Van der Pauw Method - Engineering Physics

Van der Pauw Method

The Van-der Pauw technique is employed to determine the resistivity and Hall coefficient of a material. It can accurately measure the sample properties having any shape if the sample is 2-dimensional. It uses a four-point probe position around the perimeter of the sample rather than in a straight line. Therefore the average resistivity of the sample measured by this method while the linear arrangement measures the resistivity only in the measuring direction.

Following properties of a material can be measured by this method - 

  • Resistivity
  • Doping type (whether it is p-type or n-type) 
  • The density of majority carrier
  • Mobility of the majority carrier

The following conditions must be met in order to apply this method -

  • The sample must be flat shaped and uniformly thick 
  • The sample should not possess isolated holes 
  • The sample should be isotropic and homogeneous 
  • The contacts should be placed at sample edges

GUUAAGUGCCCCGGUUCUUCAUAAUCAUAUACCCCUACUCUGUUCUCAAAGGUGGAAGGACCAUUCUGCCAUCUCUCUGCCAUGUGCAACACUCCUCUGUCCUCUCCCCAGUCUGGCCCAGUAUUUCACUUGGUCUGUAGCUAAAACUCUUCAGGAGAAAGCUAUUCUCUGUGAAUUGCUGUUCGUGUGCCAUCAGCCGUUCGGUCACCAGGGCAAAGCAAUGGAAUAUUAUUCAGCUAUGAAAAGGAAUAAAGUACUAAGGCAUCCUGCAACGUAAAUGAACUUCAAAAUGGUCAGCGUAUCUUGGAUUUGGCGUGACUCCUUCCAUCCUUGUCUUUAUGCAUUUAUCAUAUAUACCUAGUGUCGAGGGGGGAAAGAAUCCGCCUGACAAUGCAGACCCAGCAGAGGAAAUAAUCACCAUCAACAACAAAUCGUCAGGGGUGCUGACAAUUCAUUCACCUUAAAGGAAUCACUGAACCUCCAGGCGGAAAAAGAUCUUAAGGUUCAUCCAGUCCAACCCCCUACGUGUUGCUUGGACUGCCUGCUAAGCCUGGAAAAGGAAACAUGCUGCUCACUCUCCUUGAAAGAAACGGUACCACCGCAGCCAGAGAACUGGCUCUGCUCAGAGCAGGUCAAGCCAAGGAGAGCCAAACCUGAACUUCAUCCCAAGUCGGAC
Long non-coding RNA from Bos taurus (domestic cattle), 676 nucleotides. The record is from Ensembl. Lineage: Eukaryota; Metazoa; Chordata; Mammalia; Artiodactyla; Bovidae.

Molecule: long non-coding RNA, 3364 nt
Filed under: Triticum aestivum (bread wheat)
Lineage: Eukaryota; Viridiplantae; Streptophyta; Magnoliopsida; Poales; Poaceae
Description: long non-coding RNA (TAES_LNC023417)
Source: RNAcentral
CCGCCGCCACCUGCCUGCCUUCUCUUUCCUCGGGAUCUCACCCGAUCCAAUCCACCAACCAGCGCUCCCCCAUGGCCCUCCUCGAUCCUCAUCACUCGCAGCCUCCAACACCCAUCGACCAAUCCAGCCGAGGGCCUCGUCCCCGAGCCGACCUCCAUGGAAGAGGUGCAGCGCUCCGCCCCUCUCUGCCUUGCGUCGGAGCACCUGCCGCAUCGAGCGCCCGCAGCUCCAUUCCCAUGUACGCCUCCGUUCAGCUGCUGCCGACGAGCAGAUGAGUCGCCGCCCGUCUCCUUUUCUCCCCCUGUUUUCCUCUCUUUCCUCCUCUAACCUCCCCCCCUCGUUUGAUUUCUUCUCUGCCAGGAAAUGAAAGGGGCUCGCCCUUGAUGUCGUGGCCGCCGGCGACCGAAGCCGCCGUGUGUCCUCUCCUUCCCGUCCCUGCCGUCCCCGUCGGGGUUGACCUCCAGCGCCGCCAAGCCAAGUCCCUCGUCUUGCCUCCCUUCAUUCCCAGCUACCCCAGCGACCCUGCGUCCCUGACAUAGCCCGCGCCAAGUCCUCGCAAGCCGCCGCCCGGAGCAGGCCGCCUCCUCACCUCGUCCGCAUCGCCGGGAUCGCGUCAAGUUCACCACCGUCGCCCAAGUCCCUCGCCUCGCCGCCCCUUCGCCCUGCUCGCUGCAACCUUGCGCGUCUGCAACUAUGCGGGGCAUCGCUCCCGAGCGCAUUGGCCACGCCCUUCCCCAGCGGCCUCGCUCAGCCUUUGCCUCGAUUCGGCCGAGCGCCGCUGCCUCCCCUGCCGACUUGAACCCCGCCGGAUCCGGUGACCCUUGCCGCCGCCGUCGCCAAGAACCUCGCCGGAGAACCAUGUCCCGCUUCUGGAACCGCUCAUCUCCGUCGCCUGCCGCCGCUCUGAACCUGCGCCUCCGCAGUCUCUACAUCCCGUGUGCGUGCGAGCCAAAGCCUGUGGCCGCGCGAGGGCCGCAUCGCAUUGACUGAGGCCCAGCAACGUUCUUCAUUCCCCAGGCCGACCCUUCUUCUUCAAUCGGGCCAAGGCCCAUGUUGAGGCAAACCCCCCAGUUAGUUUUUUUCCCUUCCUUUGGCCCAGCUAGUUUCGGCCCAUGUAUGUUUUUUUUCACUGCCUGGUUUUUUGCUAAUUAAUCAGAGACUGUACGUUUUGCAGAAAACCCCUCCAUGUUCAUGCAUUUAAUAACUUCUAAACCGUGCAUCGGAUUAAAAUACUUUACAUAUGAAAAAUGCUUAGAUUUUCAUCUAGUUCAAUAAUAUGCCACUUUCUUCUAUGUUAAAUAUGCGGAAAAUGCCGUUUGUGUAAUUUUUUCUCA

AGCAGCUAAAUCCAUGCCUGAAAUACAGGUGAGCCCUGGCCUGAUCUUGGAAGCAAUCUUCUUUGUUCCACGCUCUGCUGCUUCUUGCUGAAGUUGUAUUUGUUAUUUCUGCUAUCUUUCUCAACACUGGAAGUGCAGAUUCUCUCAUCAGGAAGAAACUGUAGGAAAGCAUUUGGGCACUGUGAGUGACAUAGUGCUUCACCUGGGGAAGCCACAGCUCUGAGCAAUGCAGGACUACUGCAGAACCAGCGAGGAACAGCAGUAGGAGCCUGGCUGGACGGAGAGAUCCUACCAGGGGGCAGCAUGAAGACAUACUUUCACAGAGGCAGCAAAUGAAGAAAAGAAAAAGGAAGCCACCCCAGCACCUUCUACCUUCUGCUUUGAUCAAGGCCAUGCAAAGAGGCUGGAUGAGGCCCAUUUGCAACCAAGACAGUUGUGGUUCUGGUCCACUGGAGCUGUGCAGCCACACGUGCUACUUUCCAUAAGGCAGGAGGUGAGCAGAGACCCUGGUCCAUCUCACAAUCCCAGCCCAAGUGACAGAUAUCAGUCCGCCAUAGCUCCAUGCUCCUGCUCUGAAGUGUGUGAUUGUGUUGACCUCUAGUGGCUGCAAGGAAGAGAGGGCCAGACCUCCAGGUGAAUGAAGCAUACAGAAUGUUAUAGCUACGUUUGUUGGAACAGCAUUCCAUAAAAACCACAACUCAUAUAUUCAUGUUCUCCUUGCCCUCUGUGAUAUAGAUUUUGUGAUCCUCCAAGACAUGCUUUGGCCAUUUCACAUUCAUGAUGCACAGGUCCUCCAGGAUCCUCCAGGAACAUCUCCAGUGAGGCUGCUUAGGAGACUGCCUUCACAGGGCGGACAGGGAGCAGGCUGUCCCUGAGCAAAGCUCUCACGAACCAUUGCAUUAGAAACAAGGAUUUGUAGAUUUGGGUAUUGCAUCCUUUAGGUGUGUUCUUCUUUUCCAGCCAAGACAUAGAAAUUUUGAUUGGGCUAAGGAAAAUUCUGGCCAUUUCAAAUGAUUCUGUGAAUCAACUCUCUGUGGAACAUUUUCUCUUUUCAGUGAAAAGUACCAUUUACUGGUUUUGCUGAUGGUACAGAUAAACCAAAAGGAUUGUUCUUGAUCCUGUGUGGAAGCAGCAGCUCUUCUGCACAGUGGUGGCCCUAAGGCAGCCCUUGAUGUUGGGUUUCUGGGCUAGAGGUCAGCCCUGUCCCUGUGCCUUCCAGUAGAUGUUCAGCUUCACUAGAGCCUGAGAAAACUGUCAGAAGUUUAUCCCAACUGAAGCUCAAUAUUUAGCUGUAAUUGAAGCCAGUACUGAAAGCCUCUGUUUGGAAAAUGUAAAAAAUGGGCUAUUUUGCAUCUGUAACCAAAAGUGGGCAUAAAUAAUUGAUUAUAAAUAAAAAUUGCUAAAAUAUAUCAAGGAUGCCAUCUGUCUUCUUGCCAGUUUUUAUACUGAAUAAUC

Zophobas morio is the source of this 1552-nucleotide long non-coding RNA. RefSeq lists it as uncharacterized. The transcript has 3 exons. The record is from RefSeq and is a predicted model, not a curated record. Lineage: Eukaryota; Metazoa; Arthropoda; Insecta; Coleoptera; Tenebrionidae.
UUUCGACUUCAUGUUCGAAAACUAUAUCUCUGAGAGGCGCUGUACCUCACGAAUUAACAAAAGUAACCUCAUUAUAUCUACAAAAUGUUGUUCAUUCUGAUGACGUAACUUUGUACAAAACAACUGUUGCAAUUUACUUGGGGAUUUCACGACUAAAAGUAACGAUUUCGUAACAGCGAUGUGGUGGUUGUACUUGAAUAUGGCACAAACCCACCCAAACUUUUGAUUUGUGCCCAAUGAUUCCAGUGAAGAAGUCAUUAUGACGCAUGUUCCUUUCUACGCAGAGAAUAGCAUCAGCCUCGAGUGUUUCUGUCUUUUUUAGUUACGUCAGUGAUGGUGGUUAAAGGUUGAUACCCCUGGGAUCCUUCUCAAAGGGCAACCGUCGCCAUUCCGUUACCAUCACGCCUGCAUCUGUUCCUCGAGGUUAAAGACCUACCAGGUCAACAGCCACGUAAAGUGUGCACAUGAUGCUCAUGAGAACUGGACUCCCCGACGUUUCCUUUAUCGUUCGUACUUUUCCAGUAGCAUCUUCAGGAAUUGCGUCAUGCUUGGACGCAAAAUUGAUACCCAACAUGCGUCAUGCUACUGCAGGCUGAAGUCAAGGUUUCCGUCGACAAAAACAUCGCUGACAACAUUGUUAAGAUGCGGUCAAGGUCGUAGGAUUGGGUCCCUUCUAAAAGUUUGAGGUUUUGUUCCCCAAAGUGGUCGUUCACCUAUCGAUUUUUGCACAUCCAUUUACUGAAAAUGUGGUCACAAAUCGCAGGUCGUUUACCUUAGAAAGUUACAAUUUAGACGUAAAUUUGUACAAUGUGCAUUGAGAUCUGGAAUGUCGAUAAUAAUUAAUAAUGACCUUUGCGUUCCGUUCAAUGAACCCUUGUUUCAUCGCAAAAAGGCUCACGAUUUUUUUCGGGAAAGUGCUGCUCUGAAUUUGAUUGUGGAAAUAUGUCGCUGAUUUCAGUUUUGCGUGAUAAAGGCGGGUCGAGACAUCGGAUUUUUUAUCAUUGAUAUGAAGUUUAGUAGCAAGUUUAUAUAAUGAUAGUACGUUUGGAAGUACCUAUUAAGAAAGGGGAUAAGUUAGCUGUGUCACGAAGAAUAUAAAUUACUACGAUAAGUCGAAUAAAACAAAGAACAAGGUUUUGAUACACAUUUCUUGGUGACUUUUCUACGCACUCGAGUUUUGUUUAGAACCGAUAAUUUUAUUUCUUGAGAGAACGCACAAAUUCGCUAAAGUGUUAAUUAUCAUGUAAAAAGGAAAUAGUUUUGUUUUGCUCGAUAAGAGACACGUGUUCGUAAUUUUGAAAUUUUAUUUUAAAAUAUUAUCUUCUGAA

• The contact area of individual contacts must be smaller  
Van-der Pauw method to determine the resistivity of a uniform sample - 

This technique was invented by Van-der Pauw and is extensively employed in the semiconductor industry for the determination of resistivity of uniform samples. This technique requires an arbitrarily shaped thin-plate sample having four very small ohmic contacts placed on the periphery, usually at the corners of the plate.
In order to determine the resistivity of a uniform sample, the sheet resistanceneeds to be determined. As demonstrated by Van-der Pauw, two characteristics resistancesare associated with the corresponding terminals as depicted in Fig. A.
These characteristic resistancesandare related to the sheet resistancethrough the Van der Pauw equation, as -
The above equation can be solved to obtain
Thus, the bulk resistivity ρ is obtained fromas - 
For determiningand, dc current (I) is applied across contact 1 and contact 2 and the voltageis measured across contact 4 and contact 3, as depicted in Fig. A. 
Similarly, voltageis measured across contact 1 and contact 4 by applying current I across contacts 2 and contact 3. and  can be obtained as follows - 

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